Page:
The Court of Appeals held that the record supported the Appellate Division conclusion of simple negligence. Rejecting the idea that the failure to institute a litigation hold, or some other factor, would lead to a per se finding of gross negligence, the Court agreed with the Appellate Division majority that all of the facts led to a determination of simple negligence. It did not, however, agree with the Appellate Division as to the sanction. It found that the majority had ignored the plaintiff’s arguments as to relevance. The Court remitted the matter to Supreme Court for further findings as to relevance.

There was a two-judge dissent, which would have found gross negligence. The dissent noted that the Court’s opinion fails to define “gross negligence,” and would have adopted the standard of the failure to exercise even slight care.

Lawrence v North Country Animal Control, 133 A.D.3d 932 [3rd Dept., 2015]

The question presented here is whether there is a path to relief from a conditional disclosure order where the direction to disclose is not objected to, but where the conditional penalty seems excessive. The answer from the Appellate Division is that there is no immediate avenue of relief. If the conditional order is not complied with, the penalty will become absolute, and the path to relief will be a motion to vacate the conditional order.

The plaintiffs here alleged that they had adopted a dog from the defendant animal shelter, that in doing so they relied on the defendants’ misrepresentations concerning the nature and history of the dog, that the dog had repeatedly attacked them, and that they had returned the dog to the defendants. The defendants had sent the dog to a rescue shelter in Pennsylvania. Plaintiffs wanted the dog produced for a behavioral examination, which would bear on the defendants’ knowledge of its vicious propensities. Supreme Court ordered the defendants to produce the dog, adding that if the dog were not produced, they would be precluded from offering evidence that they did not know that the dog was dangerous and vicious when they sold him to the plaintiffs, and any defense of lack of knowledge would be stricken from their answer. How the animal’s behavior, four years after the incidents complained of, would prove the what the defendants knew at the time, is not set forth in the opinion. Nevertheless, on appeal the defendants did not challenge the relevance of the examination, or challenge the direction to produce it. They limited their appeal to the severity of the conditional penalty.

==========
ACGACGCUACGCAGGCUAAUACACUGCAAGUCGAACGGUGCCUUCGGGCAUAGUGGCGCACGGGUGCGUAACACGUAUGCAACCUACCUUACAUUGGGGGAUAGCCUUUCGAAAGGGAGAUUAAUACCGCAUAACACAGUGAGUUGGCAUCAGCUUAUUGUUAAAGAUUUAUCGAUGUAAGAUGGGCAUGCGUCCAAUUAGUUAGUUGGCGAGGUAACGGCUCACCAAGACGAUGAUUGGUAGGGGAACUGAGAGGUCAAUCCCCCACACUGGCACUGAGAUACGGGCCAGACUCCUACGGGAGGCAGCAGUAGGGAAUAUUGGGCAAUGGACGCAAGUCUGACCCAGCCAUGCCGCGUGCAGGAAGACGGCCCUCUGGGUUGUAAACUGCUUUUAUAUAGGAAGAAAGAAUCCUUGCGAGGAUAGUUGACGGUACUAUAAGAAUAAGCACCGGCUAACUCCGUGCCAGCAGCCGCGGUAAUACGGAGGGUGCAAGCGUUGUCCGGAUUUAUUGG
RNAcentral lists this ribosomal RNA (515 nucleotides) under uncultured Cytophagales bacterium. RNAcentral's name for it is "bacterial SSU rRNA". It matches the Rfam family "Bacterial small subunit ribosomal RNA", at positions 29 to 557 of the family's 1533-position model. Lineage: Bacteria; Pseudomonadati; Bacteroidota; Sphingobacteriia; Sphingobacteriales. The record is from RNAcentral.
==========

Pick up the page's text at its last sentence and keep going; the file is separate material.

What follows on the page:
Note the severity of the conditional sanction. The burden of proof on the issue of notice of vicious propensities at trial will be on the plaintiff. Striking any defense on this issue is tantamount to resolving the issue in the plaintiffs’ favor. In considering the appropriate penalty for what amounts to spoliation of evidence, the dispositive consideration is the extent to which the party demanding disclosure has been prejudiced. (Compare, Scordo v Costco Wholesale Corp., 77 AD3d 725 [2d Dept., 2010]; and Shayovich v 800 Ocean Parkway Apt. Corp., 77 AD3d 814 [2d Dept., 2010].) Can it really be said that the failure to produce the dog has prevented the plaintiffs from proving notice of vicious propensities? It certainly would seem that, should the defendants prove unable to retrieve the dog from the rescue shelter, they would have a legitimate argument that the sanctions in the conditional order are disproportionate to the prejudice caused.

The defendants’ appeal was limited to the sanctions in the conditional order. The Appellate Division held that the only avenue of redress will be a motion to vacate the order, supported by proof of a reasonable excuse for the failure to comply with the order and of a meritorious defense. Even if the excuse is insufficient, should the defendants be deprived of their opportunity to argue that the sanction is excessive? If the court below had determined that the failure to produce the dog was willful, and had decided to impose sanctions under CPLR 3126 absolutely instead of conditionally, the defendants would have been allowed to argue for a lesser sanction. Why should they lose that opportunity when the order imposing sanctions was conditional?